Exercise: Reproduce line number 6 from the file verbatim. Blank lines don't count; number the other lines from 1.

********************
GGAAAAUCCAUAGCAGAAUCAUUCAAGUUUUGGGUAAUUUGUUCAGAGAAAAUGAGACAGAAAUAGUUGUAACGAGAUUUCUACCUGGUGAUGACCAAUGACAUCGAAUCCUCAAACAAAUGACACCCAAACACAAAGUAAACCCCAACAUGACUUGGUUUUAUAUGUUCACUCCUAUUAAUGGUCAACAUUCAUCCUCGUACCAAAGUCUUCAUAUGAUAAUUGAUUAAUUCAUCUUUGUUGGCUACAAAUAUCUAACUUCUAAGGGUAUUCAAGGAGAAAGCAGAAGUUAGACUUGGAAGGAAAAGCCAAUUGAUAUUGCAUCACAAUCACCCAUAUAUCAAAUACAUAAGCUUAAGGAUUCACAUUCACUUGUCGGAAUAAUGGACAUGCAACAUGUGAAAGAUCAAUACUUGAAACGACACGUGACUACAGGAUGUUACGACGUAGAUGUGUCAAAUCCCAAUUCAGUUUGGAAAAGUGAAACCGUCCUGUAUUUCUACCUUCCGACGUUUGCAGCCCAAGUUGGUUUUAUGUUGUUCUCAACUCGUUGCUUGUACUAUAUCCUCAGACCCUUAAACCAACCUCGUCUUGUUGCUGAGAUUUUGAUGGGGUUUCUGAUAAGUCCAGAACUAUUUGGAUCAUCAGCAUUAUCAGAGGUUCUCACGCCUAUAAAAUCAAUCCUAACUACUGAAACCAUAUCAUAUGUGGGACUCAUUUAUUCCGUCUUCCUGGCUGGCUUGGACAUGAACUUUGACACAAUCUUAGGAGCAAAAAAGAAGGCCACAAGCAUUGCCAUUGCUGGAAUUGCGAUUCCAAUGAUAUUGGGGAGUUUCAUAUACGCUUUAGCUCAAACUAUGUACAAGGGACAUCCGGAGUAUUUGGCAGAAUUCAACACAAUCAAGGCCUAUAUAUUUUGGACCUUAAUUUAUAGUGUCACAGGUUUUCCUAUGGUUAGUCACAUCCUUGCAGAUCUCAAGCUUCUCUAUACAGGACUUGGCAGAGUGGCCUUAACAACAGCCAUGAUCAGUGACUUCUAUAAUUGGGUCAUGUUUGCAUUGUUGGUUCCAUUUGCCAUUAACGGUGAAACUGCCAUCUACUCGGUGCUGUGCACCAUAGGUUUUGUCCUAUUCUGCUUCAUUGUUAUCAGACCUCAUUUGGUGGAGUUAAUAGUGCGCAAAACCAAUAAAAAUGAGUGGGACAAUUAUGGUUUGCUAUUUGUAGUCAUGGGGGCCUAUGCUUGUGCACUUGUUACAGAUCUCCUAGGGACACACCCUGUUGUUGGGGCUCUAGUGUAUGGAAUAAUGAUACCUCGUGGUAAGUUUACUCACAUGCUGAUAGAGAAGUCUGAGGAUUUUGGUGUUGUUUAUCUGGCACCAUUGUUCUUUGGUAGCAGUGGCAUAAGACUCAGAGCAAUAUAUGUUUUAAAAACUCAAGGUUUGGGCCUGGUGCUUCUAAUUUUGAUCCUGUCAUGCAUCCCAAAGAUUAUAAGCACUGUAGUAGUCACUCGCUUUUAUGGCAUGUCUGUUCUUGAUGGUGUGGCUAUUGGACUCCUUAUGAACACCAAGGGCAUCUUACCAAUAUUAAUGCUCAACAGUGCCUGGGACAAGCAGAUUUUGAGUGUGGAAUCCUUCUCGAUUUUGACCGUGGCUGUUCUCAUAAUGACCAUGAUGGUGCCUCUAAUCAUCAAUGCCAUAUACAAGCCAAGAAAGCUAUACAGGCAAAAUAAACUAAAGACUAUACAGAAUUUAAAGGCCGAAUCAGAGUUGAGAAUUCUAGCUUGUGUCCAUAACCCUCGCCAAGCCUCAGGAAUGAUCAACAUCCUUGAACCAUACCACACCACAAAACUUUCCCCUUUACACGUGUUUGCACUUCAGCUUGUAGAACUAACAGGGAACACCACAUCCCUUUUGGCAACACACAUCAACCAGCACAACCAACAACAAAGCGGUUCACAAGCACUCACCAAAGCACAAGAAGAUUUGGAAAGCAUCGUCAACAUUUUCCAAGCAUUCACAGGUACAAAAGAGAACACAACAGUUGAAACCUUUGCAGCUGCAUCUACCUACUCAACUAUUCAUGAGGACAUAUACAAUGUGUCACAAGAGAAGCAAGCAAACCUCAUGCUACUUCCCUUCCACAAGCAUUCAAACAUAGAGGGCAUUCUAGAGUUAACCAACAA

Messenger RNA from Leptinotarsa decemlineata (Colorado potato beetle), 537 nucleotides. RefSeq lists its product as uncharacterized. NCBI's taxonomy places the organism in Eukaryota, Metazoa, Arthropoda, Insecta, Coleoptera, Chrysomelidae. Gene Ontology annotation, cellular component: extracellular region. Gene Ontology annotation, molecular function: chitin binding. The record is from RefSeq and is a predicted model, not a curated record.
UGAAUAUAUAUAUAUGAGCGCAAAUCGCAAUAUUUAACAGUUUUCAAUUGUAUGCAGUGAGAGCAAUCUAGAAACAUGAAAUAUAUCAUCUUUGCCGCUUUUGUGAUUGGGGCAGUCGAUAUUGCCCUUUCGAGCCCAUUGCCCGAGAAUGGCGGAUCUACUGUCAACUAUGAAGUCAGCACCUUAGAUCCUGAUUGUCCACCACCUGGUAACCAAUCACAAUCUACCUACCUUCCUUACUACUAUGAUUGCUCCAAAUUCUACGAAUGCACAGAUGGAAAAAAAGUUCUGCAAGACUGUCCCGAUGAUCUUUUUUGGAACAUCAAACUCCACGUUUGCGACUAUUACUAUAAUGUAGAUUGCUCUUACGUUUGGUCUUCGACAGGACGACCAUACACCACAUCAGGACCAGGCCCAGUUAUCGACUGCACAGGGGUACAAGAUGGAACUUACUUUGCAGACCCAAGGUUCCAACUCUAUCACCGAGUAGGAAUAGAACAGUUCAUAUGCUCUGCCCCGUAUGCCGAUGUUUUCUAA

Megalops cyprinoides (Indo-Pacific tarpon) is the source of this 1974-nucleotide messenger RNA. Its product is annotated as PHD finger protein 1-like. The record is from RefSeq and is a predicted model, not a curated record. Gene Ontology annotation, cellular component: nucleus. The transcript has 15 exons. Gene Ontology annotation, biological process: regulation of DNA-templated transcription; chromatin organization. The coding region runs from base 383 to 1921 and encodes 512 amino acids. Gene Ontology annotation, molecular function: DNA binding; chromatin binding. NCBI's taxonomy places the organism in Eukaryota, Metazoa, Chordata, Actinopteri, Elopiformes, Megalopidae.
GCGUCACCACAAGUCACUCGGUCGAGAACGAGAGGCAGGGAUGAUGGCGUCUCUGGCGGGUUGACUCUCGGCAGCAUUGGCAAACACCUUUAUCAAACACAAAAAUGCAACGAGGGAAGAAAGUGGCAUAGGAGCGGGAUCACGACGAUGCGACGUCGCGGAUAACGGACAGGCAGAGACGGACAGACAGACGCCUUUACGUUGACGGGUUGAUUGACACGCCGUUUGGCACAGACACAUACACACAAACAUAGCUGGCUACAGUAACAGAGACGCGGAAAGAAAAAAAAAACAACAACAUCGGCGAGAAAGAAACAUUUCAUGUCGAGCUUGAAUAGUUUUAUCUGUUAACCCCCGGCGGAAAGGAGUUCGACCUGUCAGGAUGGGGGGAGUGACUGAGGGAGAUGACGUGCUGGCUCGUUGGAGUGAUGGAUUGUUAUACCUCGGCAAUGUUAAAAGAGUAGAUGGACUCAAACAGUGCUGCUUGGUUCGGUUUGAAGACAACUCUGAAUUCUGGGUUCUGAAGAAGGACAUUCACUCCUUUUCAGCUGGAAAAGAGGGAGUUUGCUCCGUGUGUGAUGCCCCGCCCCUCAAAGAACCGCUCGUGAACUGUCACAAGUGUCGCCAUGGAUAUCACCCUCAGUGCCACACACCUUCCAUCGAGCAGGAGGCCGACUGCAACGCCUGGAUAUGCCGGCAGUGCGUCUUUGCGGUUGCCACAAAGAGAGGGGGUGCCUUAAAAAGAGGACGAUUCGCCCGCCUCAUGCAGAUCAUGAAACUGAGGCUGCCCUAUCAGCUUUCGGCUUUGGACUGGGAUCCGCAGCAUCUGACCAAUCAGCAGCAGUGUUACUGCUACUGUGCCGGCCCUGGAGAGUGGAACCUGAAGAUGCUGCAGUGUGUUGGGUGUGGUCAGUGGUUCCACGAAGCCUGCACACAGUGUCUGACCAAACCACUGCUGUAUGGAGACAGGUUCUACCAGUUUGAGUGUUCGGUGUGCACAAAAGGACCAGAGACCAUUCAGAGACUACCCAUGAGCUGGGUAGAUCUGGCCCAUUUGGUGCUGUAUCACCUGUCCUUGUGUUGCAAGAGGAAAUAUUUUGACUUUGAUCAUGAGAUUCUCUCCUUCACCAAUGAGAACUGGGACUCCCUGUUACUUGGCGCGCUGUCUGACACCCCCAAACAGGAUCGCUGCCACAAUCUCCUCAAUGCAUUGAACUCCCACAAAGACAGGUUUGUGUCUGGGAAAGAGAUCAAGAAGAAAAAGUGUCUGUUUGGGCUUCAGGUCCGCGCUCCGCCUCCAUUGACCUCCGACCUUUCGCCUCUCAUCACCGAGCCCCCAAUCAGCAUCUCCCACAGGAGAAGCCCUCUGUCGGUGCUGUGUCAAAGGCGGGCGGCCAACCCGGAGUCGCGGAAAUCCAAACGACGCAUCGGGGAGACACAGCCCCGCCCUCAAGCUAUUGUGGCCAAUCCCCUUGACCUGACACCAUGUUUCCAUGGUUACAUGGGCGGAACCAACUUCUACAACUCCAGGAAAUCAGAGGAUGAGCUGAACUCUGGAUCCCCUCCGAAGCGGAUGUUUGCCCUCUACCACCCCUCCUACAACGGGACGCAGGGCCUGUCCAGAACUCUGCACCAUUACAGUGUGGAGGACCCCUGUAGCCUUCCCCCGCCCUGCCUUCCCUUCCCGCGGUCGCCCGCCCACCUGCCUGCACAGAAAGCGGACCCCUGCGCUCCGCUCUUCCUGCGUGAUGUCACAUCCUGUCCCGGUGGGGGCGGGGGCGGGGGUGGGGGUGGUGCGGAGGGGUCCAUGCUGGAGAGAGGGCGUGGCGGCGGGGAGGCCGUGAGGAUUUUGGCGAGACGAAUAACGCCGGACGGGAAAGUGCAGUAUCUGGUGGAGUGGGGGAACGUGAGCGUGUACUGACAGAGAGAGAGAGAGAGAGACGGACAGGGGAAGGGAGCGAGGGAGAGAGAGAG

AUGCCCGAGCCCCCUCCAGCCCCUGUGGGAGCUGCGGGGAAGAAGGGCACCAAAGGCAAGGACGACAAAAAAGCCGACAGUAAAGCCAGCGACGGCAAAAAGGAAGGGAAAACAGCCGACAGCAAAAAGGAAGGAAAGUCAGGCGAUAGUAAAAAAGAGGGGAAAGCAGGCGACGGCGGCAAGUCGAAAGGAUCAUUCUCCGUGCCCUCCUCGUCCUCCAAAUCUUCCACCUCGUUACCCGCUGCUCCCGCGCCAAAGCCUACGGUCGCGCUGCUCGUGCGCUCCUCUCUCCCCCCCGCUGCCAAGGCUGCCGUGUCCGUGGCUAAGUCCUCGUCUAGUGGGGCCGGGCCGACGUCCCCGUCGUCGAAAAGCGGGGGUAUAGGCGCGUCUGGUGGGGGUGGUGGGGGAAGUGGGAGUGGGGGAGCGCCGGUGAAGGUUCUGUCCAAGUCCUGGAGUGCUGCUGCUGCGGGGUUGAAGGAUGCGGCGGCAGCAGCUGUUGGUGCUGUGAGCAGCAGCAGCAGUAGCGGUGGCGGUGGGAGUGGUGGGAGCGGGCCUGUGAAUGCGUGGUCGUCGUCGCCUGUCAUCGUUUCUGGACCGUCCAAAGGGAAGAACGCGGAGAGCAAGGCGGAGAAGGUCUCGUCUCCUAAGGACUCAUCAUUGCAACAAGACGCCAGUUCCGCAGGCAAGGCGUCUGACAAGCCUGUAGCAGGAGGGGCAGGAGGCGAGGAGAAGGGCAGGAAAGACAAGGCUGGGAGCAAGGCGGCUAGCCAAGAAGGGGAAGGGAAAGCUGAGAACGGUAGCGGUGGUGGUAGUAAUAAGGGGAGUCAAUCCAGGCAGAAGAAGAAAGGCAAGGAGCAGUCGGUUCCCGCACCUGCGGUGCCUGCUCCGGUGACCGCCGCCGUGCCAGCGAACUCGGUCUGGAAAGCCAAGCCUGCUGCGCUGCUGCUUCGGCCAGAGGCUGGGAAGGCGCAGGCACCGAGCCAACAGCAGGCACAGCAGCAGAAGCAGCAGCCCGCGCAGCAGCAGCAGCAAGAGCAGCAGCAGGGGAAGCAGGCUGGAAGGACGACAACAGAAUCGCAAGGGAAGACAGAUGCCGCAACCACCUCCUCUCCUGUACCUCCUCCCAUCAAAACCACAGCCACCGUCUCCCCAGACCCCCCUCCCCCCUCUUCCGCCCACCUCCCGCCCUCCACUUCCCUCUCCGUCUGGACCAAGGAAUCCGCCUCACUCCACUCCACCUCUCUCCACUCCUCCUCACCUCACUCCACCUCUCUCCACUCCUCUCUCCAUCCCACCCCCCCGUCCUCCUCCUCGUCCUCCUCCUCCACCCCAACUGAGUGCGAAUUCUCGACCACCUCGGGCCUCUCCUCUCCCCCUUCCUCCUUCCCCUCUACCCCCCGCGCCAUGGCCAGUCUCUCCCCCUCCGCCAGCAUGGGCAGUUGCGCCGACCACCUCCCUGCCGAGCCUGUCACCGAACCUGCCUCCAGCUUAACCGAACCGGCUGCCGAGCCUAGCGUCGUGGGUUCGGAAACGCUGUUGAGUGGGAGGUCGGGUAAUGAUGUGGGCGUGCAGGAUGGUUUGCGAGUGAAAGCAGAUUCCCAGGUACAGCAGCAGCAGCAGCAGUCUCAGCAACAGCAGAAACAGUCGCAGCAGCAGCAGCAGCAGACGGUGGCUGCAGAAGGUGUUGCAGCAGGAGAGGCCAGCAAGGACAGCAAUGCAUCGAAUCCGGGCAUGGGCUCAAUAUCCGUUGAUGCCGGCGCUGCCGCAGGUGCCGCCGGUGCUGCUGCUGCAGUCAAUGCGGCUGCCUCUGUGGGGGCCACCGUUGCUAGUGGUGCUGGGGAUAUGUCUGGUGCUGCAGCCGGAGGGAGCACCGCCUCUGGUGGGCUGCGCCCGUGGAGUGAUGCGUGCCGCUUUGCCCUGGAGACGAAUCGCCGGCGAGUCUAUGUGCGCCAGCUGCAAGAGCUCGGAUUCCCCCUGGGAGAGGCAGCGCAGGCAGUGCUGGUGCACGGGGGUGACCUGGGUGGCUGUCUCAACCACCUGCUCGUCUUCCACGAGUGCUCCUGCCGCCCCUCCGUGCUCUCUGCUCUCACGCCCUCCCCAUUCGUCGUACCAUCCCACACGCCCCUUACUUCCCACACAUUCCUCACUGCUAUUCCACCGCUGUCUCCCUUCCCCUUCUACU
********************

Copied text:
AUGCCCGAGCCCCCUCCAGCCCCUGUGGGAGCUGCGGGGAAGAAGGGCACCAAAGGCAAGGACGACAAAAAAGCCGACAGUAAAGCCAGCGACGGCAAAAAGGAAGGGAAAACAGCCGACAGCAAAAAGGAAGGAAAGUCAGGCGAUAGUAAAAAAGAGGGGAAAGCAGGCGACGGCGGCAAGUCGAAAGGAUCAUUCUCCGUGCCCUCCUCGUCCUCCAAAUCUUCCACCUCGUUACCCGCUGCUCCCGCGCCAAAGCCUACGGUCGCGCUGCUCGUGCGCUCCUCUCUCCCCCCCGCUGCCAAGGCUGCCGUGUCCGUGGCUAAGUCCUCGUCUAGUGGGGCCGGGCCGACGUCCCCGUCGUCGAAAAGCGGGGGUAUAGGCGCGUCUGGUGGGGGUGGUGGGGGAAGUGGGAGUGGGGGAGCGCCGGUGAAGGUUCUGUCCAAGUCCUGGAGUGCUGCUGCUGCGGGGUUGAAGGAUGCGGCGGCAGCAGCUGUUGGUGCUGUGAGCAGCAGCAGCAGUAGCGGUGGCGGUGGGAGUGGUGGGAGCGGGCCUGUGAAUGCGUGGUCGUCGUCGCCUGUCAUCGUUUCUGGACCGUCCAAAGGGAAGAACGCGGAGAGCAAGGCGGAGAAGGUCUCGUCUCCUAAGGACUCAUCAUUGCAACAAGACGCCAGUUCCGCAGGCAAGGCGUCUGACAAGCCUGUAGCAGGAGGGGCAGGAGGCGAGGAGAAGGGCAGGAAAGACAAGGCUGGGAGCAAGGCGGCUAGCCAAGAAGGGGAAGGGAAAGCUGAGAACGGUAGCGGUGGUGGUAGUAAUAAGGGGAGUCAAUCCAGGCAGAAGAAGAAAGGCAAGGAGCAGUCGGUUCCCGCACCUGCGGUGCCUGCUCCGGUGACCGCCGCCGUGCCAGCGAACUCGGUCUGGAAAGCCAAGCCUGCUGCGCUGCUGCUUCGGCCAGAGGCUGGGAAGGCGCAGGCACCGAGCCAACAGCAGGCACAGCAGCAGAAGCAGCAGCCCGCGCAGCAGCAGCAGCAAGAGCAGCAGCAGGGGAAGCAGGCUGGAAGGACGACAACAGAAUCGCAAGGGAAGACAGAUGCCGCAACCACCUCCUCUCCUGUACCUCCUCCCAUCAAAACCACAGCCACCGUCUCCCCAGACCCCCCUCCCCCCUCUUCCGCCCACCUCCCGCCCUCCACUUCCCUCUCCGUCUGGACCAAGGAAUCCGCCUCACUCCACUCCACCUCUCUCCACUCCUCCUCACCUCACUCCACCUCUCUCCACUCCUCUCUCCAUCCCACCCCCCCGUCCUCCUCCUCGUCCUCCUCCUCCACCCCAACUGAGUGCGAAUUCUCGACCACCUCGGGCCUCUCCUCUCCCCCUUCCUCCUUCCCCUCUACCCCCCGCGCCAUGGCCAGUCUCUCCCCCUCCGCCAGCAUGGGCAGUUGCGCCGACCACCUCCCUGCCGAGCCUGUCACCGAACCUGCCUCCAGCUUAACCGAACCGGCUGCCGAGCCUAGCGUCGUGGGUUCGGAAACGCUGUUGAGUGGGAGGUCGGGUAAUGAUGUGGGCGUGCAGGAUGGUUUGCGAGUGAAAGCAGAUUCCCAGGUACAGCAGCAGCAGCAGCAGUCUCAGCAACAGCAGAAACAGUCGCAGCAGCAGCAGCAGCAGACGGUGGCUGCAGAAGGUGUUGCAGCAGGAGAGGCCAGCAAGGACAGCAAUGCAUCGAAUCCGGGCAUGGGCUCAAUAUCCGUUGAUGCCGGCGCUGCCGCAGGUGCCGCCGGUGCUGCUGCUGCAGUCAAUGCGGCUGCCUCUGUGGGGGCCACCGUUGCUAGUGGUGCUGGGGAUAUGUCUGGUGCUGCAGCCGGAGGGAGCACCGCCUCUGGUGGGCUGCGCCCGUGGAGUGAUGCGUGCCGCUUUGCCCUGGAGACGAAUCGCCGGCGAGUCUAUGUGCGCCAGCUGCAAGAGCUCGGAUUCCCCCUGGGAGAGGCAGCGCAGGCAGUGCUGGUGCACGGGGGUGACCUGGGUGGCUGUCUCAACCACCUGCUCGUCUUCCACGAGUGCUCCUGCCGCCCCUCCGUGCUCUCUGCUCUCACGCCCUCCCCAUUCGUCGUACCAUCCCACACGCCCCUUACUUCCCACACAUUCCUCACUGCUAUUCCACCGCUGUCUCCCUUCCCCUUCUACU